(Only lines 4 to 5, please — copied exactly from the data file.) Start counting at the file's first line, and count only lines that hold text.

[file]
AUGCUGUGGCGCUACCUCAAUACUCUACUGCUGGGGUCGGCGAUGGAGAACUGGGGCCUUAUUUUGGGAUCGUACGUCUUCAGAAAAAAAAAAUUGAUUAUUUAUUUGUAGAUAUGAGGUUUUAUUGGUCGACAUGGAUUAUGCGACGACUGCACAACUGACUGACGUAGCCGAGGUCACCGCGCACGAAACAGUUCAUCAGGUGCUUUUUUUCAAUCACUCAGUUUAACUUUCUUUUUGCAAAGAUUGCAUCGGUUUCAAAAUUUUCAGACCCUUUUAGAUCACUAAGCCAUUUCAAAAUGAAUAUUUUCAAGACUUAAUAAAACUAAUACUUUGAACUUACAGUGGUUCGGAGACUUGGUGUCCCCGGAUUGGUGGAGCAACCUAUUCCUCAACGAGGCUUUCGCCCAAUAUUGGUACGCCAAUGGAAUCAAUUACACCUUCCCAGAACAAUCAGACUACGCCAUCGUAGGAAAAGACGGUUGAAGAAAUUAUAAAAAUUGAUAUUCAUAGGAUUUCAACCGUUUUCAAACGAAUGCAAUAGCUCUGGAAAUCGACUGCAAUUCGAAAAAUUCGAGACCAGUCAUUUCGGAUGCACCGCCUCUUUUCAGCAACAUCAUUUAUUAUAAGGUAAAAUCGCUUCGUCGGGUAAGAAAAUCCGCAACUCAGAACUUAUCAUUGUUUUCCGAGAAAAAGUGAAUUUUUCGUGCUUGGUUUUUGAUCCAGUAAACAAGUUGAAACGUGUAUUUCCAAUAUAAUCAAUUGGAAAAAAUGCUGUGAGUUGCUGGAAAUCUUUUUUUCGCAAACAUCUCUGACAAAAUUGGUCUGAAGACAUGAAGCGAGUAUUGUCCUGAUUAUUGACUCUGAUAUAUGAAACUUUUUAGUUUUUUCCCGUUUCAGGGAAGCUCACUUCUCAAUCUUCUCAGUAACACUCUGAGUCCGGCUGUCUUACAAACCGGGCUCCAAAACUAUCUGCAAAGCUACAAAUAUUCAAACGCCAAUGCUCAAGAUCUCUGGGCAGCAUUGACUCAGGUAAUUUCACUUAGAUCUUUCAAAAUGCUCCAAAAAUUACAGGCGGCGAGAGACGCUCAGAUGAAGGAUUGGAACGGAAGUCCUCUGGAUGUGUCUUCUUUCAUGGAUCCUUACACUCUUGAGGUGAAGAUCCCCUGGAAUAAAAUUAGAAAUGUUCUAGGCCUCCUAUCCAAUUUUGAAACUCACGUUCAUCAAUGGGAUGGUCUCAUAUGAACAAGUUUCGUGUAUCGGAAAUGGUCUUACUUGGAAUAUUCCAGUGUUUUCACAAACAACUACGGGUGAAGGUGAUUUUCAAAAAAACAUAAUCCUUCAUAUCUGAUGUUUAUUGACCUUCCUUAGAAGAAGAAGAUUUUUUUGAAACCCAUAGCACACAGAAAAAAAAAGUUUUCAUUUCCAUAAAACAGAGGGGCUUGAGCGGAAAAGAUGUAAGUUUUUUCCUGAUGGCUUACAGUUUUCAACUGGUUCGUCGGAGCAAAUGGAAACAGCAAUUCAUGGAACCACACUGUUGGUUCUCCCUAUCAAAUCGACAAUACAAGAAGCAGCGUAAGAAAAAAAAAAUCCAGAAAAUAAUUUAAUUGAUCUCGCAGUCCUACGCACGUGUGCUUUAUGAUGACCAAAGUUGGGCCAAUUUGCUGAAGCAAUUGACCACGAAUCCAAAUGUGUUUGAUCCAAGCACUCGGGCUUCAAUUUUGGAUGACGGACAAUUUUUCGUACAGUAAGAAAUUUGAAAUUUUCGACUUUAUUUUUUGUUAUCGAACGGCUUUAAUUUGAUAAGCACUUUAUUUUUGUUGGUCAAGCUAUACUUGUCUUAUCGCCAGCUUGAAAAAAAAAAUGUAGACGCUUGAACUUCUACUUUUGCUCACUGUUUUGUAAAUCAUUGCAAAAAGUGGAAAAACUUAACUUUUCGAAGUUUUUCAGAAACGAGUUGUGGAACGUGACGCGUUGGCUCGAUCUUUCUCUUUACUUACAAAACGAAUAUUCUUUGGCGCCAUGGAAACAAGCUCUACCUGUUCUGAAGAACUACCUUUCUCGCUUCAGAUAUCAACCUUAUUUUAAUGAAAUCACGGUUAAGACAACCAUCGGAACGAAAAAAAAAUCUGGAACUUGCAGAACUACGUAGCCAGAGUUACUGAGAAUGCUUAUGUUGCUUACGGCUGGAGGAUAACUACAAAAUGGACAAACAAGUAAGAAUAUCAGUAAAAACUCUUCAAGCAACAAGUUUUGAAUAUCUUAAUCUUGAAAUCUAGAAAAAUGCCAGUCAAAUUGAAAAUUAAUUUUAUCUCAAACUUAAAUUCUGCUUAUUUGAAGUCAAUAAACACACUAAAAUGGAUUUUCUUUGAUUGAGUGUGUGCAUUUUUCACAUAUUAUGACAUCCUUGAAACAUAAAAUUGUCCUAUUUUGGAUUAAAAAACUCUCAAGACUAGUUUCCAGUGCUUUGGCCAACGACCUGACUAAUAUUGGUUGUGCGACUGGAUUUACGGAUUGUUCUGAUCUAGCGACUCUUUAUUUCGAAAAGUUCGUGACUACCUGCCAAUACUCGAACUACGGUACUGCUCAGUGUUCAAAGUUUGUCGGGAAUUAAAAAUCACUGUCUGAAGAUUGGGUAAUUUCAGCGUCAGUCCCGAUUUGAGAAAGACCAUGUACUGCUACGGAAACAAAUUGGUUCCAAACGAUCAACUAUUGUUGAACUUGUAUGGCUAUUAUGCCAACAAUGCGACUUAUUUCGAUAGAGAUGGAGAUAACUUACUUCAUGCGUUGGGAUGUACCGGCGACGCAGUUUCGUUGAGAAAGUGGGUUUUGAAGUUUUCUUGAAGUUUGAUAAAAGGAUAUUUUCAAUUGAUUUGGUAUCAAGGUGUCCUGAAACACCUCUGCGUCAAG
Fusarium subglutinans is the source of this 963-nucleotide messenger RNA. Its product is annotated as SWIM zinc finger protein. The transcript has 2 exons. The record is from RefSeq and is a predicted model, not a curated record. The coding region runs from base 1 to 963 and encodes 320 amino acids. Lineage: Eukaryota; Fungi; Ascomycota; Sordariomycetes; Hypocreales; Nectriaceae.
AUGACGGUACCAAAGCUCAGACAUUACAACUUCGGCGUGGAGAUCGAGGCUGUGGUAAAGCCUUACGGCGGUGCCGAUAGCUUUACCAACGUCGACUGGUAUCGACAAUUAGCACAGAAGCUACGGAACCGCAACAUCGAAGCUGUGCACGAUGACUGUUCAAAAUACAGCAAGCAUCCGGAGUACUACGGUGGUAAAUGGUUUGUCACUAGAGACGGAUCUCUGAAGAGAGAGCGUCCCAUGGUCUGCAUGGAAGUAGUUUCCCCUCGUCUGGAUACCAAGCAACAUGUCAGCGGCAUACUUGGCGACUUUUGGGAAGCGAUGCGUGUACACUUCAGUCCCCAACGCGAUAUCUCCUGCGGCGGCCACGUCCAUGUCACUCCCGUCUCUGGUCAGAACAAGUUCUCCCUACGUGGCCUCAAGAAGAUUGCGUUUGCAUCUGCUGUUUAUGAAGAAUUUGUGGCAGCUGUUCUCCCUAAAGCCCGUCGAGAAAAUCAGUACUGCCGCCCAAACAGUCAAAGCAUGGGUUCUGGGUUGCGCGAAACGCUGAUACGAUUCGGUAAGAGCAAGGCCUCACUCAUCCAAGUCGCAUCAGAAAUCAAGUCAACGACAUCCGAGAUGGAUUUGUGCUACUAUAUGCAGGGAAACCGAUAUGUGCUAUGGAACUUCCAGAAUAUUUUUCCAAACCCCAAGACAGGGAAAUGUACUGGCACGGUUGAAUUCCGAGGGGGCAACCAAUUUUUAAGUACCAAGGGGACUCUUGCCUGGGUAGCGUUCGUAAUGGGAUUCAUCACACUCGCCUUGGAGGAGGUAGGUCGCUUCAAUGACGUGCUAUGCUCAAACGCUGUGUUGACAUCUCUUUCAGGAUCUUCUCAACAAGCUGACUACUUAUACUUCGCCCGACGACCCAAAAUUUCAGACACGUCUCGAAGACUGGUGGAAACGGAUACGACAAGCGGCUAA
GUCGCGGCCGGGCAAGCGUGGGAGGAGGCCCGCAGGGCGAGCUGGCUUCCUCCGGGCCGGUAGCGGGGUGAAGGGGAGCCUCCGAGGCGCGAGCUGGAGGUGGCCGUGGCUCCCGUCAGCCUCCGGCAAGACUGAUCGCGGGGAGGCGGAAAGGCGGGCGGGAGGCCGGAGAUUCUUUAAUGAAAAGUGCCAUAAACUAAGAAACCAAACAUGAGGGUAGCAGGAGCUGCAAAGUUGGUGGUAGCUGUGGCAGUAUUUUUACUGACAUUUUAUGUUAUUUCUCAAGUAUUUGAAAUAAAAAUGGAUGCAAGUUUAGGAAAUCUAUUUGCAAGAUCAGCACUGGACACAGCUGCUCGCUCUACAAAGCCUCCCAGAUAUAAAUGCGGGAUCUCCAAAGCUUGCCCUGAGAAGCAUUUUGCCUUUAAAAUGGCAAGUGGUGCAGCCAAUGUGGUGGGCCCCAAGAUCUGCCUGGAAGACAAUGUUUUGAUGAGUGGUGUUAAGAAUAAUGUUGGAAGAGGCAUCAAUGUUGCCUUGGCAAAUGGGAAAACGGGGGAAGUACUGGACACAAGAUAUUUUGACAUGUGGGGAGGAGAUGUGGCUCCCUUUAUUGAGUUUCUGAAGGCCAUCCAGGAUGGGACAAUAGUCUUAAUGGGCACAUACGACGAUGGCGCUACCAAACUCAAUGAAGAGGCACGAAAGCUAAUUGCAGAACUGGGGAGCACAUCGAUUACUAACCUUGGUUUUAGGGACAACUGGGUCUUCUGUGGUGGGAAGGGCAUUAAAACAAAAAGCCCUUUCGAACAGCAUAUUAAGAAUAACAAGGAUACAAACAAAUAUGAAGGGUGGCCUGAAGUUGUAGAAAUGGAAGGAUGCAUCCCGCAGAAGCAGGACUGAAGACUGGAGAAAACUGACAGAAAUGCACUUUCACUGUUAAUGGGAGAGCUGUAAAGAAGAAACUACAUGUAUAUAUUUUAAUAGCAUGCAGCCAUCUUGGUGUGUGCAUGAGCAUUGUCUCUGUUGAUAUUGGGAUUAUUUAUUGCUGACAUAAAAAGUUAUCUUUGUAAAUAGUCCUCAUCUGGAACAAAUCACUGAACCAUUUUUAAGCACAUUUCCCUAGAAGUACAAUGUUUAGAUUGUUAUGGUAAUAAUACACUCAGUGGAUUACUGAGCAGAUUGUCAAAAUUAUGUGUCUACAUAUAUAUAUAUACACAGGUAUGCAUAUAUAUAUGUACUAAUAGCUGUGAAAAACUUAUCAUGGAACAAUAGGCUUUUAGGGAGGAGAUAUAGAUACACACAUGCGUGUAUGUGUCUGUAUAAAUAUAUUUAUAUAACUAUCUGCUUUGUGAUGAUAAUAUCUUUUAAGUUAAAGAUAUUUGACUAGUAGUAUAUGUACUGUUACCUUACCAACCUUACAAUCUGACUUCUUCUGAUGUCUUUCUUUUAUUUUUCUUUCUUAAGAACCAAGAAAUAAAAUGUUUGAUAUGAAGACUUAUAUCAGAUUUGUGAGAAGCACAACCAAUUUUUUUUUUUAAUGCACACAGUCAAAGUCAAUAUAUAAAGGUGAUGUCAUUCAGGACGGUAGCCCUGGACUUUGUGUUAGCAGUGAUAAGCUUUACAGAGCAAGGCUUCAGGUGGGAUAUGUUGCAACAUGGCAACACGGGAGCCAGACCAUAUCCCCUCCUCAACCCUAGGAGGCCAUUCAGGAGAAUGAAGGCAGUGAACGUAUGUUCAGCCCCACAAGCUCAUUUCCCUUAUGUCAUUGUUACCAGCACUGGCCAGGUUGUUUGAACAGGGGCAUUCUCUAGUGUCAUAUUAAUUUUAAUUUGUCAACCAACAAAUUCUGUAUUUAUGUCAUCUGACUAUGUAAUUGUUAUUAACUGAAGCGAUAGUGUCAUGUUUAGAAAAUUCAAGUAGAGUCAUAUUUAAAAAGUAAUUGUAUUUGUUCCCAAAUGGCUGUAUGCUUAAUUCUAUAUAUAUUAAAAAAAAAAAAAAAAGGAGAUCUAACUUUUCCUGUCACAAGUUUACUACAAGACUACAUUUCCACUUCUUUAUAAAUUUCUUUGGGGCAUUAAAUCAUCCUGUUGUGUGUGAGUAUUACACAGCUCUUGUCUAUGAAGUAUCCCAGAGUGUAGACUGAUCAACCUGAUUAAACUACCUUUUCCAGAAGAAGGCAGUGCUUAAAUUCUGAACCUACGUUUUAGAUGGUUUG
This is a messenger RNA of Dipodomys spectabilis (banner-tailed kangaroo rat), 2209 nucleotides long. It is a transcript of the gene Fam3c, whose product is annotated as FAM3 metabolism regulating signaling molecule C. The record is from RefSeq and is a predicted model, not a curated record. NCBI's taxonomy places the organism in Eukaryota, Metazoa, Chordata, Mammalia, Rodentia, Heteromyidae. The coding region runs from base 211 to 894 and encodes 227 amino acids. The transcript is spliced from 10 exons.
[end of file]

GUCGCGGCCGGGCAAGCGUGGGAGGAGGCCCGCAGGGCGAGCUGGCUUCCUCCGGGCCGGUAGCGGGGUGAAGGGGAGCCUCCGAGGCGCGAGCUGGAGGUGGCCGUGGCUCCCGUCAGCCUCCGGCAAGACUGAUCGCGGGGAGGCGGAAAGGCGGGCGGGAGGCCGGAGAUUCUUUAAUGAAAAGUGCCAUAAACUAAGAAACCAAACAUGAGGGUAGCAGGAGCUGCAAAGUUGGUGGUAGCUGUGGCAGUAUUUUUACUGACAUUUUAUGUUAUUUCUCAAGUAUUUGAAAUAAAAAUGGAUGCAAGUUUAGGAAAUCUAUUUGCAAGAUCAGCACUGGACACAGCUGCUCGCUCUACAAAGCCUCCCAGAUAUAAAUGCGGGAUCUCCAAAGCUUGCCCUGAGAAGCAUUUUGCCUUUAAAAUGGCAAGUGGUGCAGCCAAUGUGGUGGGCCCCAAGAUCUGCCUGGAAGACAAUGUUUUGAUGAGUGGUGUUAAGAAUAAUGUUGGAAGAGGCAUCAAUGUUGCCUUGGCAAAUGGGAAAACGGGGGAAGUACUGGACACAAGAUAUUUUGACAUGUGGGGAGGAGAUGUGGCUCCCUUUAUUGAGUUUCUGAAGGCCAUCCAGGAUGGGACAAUAGUCUUAAUGGGCACAUACGACGAUGGCGCUACCAAACUCAAUGAAGAGGCACGAAAGCUAAUUGCAGAACUGGGGAGCACAUCGAUUACUAACCUUGGUUUUAGGGACAACUGGGUCUUCUGUGGUGGGAAGGGCAUUAAAACAAAAAGCCCUUUCGAACAGCAUAUUAAGAAUAACAAGGAUACAAACAAAUAUGAAGGGUGGCCUGAAGUUGUAGAAAUGGAAGGAUGCAUCCCGCAGAAGCAGGACUGAAGACUGGAGAAAACUGACAGAAAUGCACUUUCACUGUUAAUGGGAGAGCUGUAAAGAAGAAACUACAUGUAUAUAUUUUAAUAGCAUGCAGCCAUCUUGGUGUGUGCAUGAGCAUUGUCUCUGUUGAUAUUGGGAUUAUUUAUUGCUGACAUAAAAAGUUAUCUUUGUAAAUAGUCCUCAUCUGGAACAAAUCACUGAACCAUUUUUAAGCACAUUUCCCUAGAAGUACAAUGUUUAGAUUGUUAUGGUAAUAAUACACUCAGUGGAUUACUGAGCAGAUUGUCAAAAUUAUGUGUCUACAUAUAUAUAUAUACACAGGUAUGCAUAUAUAUAUGUACUAAUAGCUGUGAAAAACUUAUCAUGGAACAAUAGGCUUUUAGGGAGGAGAUAUAGAUACACACAUGCGUGUAUGUGUCUGUAUAAAUAUAUUUAUAUAACUAUCUGCUUUGUGAUGAUAAUAUCUUUUAAGUUAAAGAUAUUUGACUAGUAGUAUAUGUACUGUUACCUUACCAACCUUACAAUCUGACUUCUUCUGAUGUCUUUCUUUUAUUUUUCUUUCUUAAGAACCAAGAAAUAAAAUGUUUGAUAUGAAGACUUAUAUCAGAUUUGUGAGAAGCACAACCAAUUUUUUUUUUUAAUGCACACAGUCAAAGUCAAUAUAUAAAGGUGAUGUCAUUCAGGACGGUAGCCCUGGACUUUGUGUUAGCAGUGAUAAGCUUUACAGAGCAAGGCUUCAGGUGGGAUAUGUUGCAACAUGGCAACACGGGAGCCAGACCAUAUCCCCUCCUCAACCCUAGGAGGCCAUUCAGGAGAAUGAAGGCAGUGAACGUAUGUUCAGCCCCACAAGCUCAUUUCCCUUAUGUCAUUGUUACCAGCACUGGCCAGGUUGUUUGAACAGGGGCAUUCUCUAGUGUCAUAUUAAUUUUAAUUUGUCAACCAACAAAUUCUGUAUUUAUGUCAUCUGACUAUGUAAUUGUUAUUAACUGAAGCGAUAGUGUCAUGUUUAGAAAAUUCAAGUAGAGUCAUAUUUAAAAAGUAAUUGUAUUUGUUCCCAAAUGGCUGUAUGCUUAAUUCUAUAUAUAUUAAAAAAAAAAAAAAAAGGAGAUCUAACUUUUCCUGUCACAAGUUUACUACAAGACUACAUUUCCACUUCUUUAUAAAUUUCUUUGGGGCAUUAAAUCAUCCUGUUGUGUGUGAGUAUUACACAGCUCUUGUCUAUGAAGUAUCCCAGAGUGUAGACUGAUCAACCUGAUUAAACUACCUUUUCCAGAAGAAGGCAGUGCUUAAAUUCUGAACCUACGUUUUAGAUGGUUUG
This is a messenger RNA of Dipodomys spectabilis (banner-tailed kangaroo rat), 2209 nucleotides long. It is a transcript of the gene Fam3c, whose product is annotated as FAM3 metabolism regulating signaling molecule C. The record is from RefSeq and is a predicted model, not a curated record. NCBI's taxonomy places the organism in Eukaryota, Metazoa, Chordata, Mammalia, Rodentia, Heteromyidae. The coding region runs from base 211 to 894 and encodes 227 amino acids. The transcript is spliced from 10 exons.